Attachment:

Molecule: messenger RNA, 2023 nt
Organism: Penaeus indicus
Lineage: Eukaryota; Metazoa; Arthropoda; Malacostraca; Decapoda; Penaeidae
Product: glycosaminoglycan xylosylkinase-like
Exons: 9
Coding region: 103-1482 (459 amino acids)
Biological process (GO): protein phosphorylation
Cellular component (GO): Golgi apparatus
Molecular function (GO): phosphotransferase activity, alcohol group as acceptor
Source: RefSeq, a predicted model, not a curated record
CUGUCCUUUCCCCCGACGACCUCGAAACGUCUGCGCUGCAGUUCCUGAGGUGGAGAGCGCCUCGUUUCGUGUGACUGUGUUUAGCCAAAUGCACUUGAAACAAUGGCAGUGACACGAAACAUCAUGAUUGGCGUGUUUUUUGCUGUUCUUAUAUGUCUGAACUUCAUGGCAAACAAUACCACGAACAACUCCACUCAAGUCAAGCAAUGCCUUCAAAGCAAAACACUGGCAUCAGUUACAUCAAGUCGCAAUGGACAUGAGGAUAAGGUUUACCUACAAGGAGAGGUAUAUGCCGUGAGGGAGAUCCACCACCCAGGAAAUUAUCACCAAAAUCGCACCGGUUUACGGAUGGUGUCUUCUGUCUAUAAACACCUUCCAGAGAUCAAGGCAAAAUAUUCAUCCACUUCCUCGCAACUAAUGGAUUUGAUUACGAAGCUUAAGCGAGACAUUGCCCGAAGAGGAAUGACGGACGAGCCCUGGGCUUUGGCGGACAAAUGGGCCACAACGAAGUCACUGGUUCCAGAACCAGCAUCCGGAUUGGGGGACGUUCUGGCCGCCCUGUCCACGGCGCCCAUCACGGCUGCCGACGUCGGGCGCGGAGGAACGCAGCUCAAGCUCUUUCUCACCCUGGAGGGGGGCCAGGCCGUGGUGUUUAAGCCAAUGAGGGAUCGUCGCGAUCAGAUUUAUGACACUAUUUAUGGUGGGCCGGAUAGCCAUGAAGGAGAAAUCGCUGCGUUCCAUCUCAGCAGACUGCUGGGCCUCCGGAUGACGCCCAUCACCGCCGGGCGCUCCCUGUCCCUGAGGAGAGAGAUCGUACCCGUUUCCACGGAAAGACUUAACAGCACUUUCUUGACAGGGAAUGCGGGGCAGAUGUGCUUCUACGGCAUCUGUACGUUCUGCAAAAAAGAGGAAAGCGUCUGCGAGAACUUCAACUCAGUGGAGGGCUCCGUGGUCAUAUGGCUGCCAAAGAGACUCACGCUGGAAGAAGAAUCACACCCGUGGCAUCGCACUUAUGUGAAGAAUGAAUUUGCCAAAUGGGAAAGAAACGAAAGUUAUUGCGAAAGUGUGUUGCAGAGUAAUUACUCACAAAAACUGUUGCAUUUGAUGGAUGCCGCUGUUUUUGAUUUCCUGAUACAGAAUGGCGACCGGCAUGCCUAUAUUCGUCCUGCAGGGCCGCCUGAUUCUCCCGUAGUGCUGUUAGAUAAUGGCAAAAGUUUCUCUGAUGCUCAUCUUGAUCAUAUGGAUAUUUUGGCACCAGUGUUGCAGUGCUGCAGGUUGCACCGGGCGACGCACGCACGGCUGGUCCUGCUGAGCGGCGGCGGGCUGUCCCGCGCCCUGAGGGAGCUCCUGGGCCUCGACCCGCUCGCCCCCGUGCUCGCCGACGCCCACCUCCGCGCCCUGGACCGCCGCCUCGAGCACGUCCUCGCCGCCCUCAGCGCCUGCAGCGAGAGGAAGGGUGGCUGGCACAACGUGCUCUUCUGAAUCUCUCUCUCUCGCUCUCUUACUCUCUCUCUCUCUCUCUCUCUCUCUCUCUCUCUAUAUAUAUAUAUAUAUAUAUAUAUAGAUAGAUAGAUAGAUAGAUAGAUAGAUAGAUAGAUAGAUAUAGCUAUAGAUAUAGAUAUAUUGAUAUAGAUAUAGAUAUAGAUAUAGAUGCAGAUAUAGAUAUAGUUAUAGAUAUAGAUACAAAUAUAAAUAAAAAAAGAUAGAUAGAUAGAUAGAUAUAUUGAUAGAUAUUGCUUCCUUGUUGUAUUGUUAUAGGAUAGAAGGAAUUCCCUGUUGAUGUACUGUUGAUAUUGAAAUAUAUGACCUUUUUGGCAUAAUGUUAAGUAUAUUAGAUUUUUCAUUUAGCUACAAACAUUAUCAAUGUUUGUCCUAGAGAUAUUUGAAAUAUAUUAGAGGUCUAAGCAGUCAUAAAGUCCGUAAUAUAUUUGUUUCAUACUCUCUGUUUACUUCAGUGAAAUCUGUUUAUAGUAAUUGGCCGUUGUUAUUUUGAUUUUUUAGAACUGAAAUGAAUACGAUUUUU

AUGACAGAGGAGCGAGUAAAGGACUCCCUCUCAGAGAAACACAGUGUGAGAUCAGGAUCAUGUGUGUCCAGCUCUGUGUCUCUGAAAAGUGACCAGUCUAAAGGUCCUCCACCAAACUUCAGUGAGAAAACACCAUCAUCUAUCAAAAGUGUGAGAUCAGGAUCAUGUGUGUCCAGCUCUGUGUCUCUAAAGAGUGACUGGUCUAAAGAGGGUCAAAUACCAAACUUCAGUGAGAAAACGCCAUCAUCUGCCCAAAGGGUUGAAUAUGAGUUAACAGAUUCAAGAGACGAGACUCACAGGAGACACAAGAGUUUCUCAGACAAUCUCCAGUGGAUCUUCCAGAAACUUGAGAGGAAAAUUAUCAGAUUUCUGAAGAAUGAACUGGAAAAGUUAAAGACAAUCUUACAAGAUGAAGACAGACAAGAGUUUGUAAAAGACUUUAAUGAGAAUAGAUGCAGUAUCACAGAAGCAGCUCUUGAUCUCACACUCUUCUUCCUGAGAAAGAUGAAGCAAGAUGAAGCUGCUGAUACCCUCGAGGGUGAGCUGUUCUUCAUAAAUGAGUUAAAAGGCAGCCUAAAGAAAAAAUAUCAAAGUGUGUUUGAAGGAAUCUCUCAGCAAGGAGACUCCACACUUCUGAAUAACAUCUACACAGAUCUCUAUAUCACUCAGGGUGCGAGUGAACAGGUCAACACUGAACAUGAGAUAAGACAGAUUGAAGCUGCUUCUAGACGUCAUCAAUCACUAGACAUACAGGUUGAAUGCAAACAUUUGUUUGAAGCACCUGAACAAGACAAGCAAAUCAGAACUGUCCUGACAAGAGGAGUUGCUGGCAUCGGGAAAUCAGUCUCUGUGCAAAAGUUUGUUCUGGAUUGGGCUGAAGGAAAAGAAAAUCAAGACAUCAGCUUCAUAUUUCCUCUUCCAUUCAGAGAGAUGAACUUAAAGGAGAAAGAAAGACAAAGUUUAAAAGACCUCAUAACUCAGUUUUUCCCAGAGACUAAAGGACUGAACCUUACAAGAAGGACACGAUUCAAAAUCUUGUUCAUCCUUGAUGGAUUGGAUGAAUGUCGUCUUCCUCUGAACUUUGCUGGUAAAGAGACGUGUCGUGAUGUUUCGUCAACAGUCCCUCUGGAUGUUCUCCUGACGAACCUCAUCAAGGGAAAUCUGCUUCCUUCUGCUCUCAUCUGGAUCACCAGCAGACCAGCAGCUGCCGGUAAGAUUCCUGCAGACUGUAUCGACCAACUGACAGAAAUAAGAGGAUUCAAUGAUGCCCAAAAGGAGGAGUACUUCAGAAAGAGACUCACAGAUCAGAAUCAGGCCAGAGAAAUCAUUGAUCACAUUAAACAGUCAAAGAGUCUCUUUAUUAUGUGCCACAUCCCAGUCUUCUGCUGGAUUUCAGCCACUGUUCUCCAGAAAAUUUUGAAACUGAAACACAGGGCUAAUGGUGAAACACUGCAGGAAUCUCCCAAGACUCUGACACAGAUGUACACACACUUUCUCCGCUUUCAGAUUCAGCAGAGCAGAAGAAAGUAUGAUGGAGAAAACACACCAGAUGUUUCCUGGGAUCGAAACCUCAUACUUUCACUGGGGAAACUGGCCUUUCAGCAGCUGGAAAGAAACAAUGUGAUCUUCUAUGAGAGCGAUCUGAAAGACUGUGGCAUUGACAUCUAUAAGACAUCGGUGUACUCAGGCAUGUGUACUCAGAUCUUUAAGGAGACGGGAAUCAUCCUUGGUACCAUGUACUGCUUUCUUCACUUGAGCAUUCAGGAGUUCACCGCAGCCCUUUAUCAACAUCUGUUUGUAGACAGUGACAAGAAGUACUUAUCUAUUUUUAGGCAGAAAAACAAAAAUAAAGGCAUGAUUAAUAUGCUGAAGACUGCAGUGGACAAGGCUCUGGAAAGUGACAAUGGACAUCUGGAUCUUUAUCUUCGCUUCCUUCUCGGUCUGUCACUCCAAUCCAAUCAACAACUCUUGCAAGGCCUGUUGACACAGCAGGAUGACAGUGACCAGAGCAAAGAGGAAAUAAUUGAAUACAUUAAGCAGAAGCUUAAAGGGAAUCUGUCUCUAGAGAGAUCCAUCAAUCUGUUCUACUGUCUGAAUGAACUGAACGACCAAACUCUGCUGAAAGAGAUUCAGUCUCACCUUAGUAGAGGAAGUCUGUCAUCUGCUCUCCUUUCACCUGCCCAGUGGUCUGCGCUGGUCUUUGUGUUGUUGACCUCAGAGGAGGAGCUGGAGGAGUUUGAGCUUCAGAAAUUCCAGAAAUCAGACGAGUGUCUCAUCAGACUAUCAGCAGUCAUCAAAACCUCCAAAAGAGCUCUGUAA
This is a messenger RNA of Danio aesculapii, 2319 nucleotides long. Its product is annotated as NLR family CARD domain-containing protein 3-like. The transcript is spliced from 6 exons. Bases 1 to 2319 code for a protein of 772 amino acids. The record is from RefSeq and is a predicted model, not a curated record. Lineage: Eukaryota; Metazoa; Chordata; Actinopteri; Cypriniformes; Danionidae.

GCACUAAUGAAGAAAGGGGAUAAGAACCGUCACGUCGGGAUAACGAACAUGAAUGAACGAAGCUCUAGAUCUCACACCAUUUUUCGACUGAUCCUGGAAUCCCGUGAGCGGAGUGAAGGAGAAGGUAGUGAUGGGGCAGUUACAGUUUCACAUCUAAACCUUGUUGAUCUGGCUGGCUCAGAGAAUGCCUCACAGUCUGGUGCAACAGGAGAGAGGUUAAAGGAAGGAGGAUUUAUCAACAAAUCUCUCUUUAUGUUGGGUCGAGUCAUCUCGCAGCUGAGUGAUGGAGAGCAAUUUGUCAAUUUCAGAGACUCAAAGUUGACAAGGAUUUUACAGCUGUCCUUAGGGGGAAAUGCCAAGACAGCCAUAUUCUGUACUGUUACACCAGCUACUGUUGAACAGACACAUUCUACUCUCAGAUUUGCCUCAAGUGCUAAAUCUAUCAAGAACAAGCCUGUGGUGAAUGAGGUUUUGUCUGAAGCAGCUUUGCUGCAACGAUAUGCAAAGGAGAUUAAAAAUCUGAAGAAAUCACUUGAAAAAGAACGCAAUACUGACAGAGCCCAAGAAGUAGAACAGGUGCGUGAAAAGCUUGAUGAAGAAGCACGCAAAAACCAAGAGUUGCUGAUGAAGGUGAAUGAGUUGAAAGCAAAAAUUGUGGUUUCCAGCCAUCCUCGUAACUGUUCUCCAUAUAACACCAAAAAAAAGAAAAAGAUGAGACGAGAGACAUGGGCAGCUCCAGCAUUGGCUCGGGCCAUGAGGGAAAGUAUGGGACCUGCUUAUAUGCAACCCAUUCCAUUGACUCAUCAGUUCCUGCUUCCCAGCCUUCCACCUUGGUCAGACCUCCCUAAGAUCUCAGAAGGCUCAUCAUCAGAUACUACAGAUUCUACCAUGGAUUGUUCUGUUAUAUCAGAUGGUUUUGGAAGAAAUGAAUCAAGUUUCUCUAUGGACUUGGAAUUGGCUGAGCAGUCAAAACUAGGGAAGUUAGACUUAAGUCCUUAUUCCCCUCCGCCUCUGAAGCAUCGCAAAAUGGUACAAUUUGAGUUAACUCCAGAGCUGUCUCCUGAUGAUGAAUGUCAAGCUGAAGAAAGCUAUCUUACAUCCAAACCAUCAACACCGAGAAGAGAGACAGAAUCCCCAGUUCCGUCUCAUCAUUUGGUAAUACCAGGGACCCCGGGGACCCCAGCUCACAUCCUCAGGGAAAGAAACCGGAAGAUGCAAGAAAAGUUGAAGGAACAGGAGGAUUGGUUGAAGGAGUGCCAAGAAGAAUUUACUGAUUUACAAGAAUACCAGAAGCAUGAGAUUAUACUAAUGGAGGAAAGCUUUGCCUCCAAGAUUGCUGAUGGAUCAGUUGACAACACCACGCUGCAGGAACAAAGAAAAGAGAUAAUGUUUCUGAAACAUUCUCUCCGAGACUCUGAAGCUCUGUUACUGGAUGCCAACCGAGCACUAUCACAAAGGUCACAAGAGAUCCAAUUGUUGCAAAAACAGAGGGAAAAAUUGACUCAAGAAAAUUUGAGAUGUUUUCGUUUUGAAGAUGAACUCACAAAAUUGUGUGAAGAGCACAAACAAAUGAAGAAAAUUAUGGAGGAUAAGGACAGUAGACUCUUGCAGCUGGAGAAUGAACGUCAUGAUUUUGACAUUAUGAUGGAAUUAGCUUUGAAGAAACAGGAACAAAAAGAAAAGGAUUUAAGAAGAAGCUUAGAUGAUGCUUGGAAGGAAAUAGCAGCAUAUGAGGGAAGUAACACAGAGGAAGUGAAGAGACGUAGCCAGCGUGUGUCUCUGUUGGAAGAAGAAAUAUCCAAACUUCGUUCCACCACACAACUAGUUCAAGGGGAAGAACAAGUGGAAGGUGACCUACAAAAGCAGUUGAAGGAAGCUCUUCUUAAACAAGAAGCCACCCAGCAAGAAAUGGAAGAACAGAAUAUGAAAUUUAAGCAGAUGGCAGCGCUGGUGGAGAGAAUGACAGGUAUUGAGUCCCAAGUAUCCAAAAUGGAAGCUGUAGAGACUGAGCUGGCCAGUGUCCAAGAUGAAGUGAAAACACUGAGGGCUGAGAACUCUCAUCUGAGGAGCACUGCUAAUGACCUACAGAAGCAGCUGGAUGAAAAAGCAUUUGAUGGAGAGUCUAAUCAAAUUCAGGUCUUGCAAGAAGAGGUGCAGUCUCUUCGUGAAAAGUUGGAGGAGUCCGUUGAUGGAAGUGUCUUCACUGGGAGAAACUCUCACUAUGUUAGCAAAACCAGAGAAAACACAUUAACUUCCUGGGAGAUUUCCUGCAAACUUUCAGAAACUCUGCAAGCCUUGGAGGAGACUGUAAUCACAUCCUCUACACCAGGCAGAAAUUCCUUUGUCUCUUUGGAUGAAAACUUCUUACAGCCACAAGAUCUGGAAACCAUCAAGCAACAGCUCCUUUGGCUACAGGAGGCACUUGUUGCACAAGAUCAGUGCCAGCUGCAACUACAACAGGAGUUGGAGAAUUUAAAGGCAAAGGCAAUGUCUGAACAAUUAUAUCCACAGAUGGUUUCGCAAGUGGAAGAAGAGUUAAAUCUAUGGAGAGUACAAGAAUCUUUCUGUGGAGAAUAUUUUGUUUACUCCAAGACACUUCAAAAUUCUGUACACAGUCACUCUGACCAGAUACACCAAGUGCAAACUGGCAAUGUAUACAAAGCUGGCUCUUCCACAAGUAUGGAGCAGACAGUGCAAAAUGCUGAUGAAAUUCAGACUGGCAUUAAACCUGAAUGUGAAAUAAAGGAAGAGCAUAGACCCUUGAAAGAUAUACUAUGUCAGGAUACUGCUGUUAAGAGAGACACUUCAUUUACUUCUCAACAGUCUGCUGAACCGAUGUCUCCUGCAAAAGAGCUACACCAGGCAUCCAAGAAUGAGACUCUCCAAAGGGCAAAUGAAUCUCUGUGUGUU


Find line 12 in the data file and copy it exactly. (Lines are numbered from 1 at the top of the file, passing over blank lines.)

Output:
AUGACAGAGGAGCGAGUAAAGGACUCCCUCUCAGAGAAACACAGUGUGAGAUCAGGAUCAUGUGUGUCCAGCUCUGUGUCUCUGAAAAGUGACCAGUCUAAAGGUCCUCCACCAAACUUCAGUGAGAAAACACCAUCAUCUAUCAAAAGUGUGAGAUCAGGAUCAUGUGUGUCCAGCUCUGUGUCUCUAAAGAGUGACUGGUCUAAAGAGGGUCAAAUACCAAACUUCAGUGAGAAAACGCCAUCAUCUGCCCAAAGGGUUGAAUAUGAGUUAACAGAUUCAAGAGACGAGACUCACAGGAGACACAAGAGUUUCUCAGACAAUCUCCAGUGGAUCUUCCAGAAACUUGAGAGGAAAAUUAUCAGAUUUCUGAAGAAUGAACUGGAAAAGUUAAAGACAAUCUUACAAGAUGAAGACAGACAAGAGUUUGUAAAAGACUUUAAUGAGAAUAGAUGCAGUAUCACAGAAGCAGCUCUUGAUCUCACACUCUUCUUCCUGAGAAAGAUGAAGCAAGAUGAAGCUGCUGAUACCCUCGAGGGUGAGCUGUUCUUCAUAAAUGAGUUAAAAGGCAGCCUAAAGAAAAAAUAUCAAAGUGUGUUUGAAGGAAUCUCUCAGCAAGGAGACUCCACACUUCUGAAUAACAUCUACACAGAUCUCUAUAUCACUCAGGGUGCGAGUGAACAGGUCAACACUGAACAUGAGAUAAGACAGAUUGAAGCUGCUUCUAGACGUCAUCAAUCACUAGACAUACAGGUUGAAUGCAAACAUUUGUUUGAAGCACCUGAACAAGACAAGCAAAUCAGAACUGUCCUGACAAGAGGAGUUGCUGGCAUCGGGAAAUCAGUCUCUGUGCAAAAGUUUGUUCUGGAUUGGGCUGAAGGAAAAGAAAAUCAAGACAUCAGCUUCAUAUUUCCUCUUCCAUUCAGAGAGAUGAACUUAAAGGAGAAAGAAAGACAAAGUUUAAAAGACCUCAUAACUCAGUUUUUCCCAGAGACUAAAGGACUGAACCUUACAAGAAGGACACGAUUCAAAAUCUUGUUCAUCCUUGAUGGAUUGGAUGAAUGUCGUCUUCCUCUGAACUUUGCUGGUAAAGAGACGUGUCGUGAUGUUUCGUCAACAGUCCCUCUGGAUGUUCUCCUGACGAACCUCAUCAAGGGAAAUCUGCUUCCUUCUGCUCUCAUCUGGAUCACCAGCAGACCAGCAGCUGCCGGUAAGAUUCCUGCAGACUGUAUCGACCAACUGACAGAAAUAAGAGGAUUCAAUGAUGCCCAAAAGGAGGAGUACUUCAGAAAGAGACUCACAGAUCAGAAUCAGGCCAGAGAAAUCAUUGAUCACAUUAAACAGUCAAAGAGUCUCUUUAUUAUGUGCCACAUCCCAGUCUUCUGCUGGAUUUCAGCCACUGUUCUCCAGAAAAUUUUGAAACUGAAACACAGGGCUAAUGGUGAAACACUGCAGGAAUCUCCCAAGACUCUGACACAGAUGUACACACACUUUCUCCGCUUUCAGAUUCAGCAGAGCAGAAGAAAGUAUGAUGGAGAAAACACACCAGAUGUUUCCUGGGAUCGAAACCUCAUACUUUCACUGGGGAAACUGGCCUUUCAGCAGCUGGAAAGAAACAAUGUGAUCUUCUAUGAGAGCGAUCUGAAAGACUGUGGCAUUGACAUCUAUAAGACAUCGGUGUACUCAGGCAUGUGUACUCAGAUCUUUAAGGAGACGGGAAUCAUCCUUGGUACCAUGUACUGCUUUCUUCACUUGAGCAUUCAGGAGUUCACCGCAGCCCUUUAUCAACAUCUGUUUGUAGACAGUGACAAGAAGUACUUAUCUAUUUUUAGGCAGAAAAACAAAAAUAAAGGCAUGAUUAAUAUGCUGAAGACUGCAGUGGACAAGGCUCUGGAAAGUGACAAUGGACAUCUGGAUCUUUAUCUUCGCUUCCUUCUCGGUCUGUCACUCCAAUCCAAUCAACAACUCUUGCAAGGCCUGUUGACACAGCAGGAUGACAGUGACCAGAGCAAAGAGGAAAUAAUUGAAUACAUUAAGCAGAAGCUUAAAGGGAAUCUGUCUCUAGAGAGAUCCAUCAAUCUGUUCUACUGUCUGAAUGAACUGAACGACCAAACUCUGCUGAAAGAGAUUCAGUCUCACCUUAGUAGAGGAAGUCUGUCAUCUGCUCUCCUUUCACCUGCCCAGUGGUCUGCGCUGGUCUUUGUGUUGUUGACCUCAGAGGAGGAGCUGGAGGAGUUUGAGCUUCAGAAAUUCCAGAAAUCAGACGAGUGUCUCAUCAGACUAUCAGCAGUCAUCAAAACCUCCAAAAGAGCUCUGUAA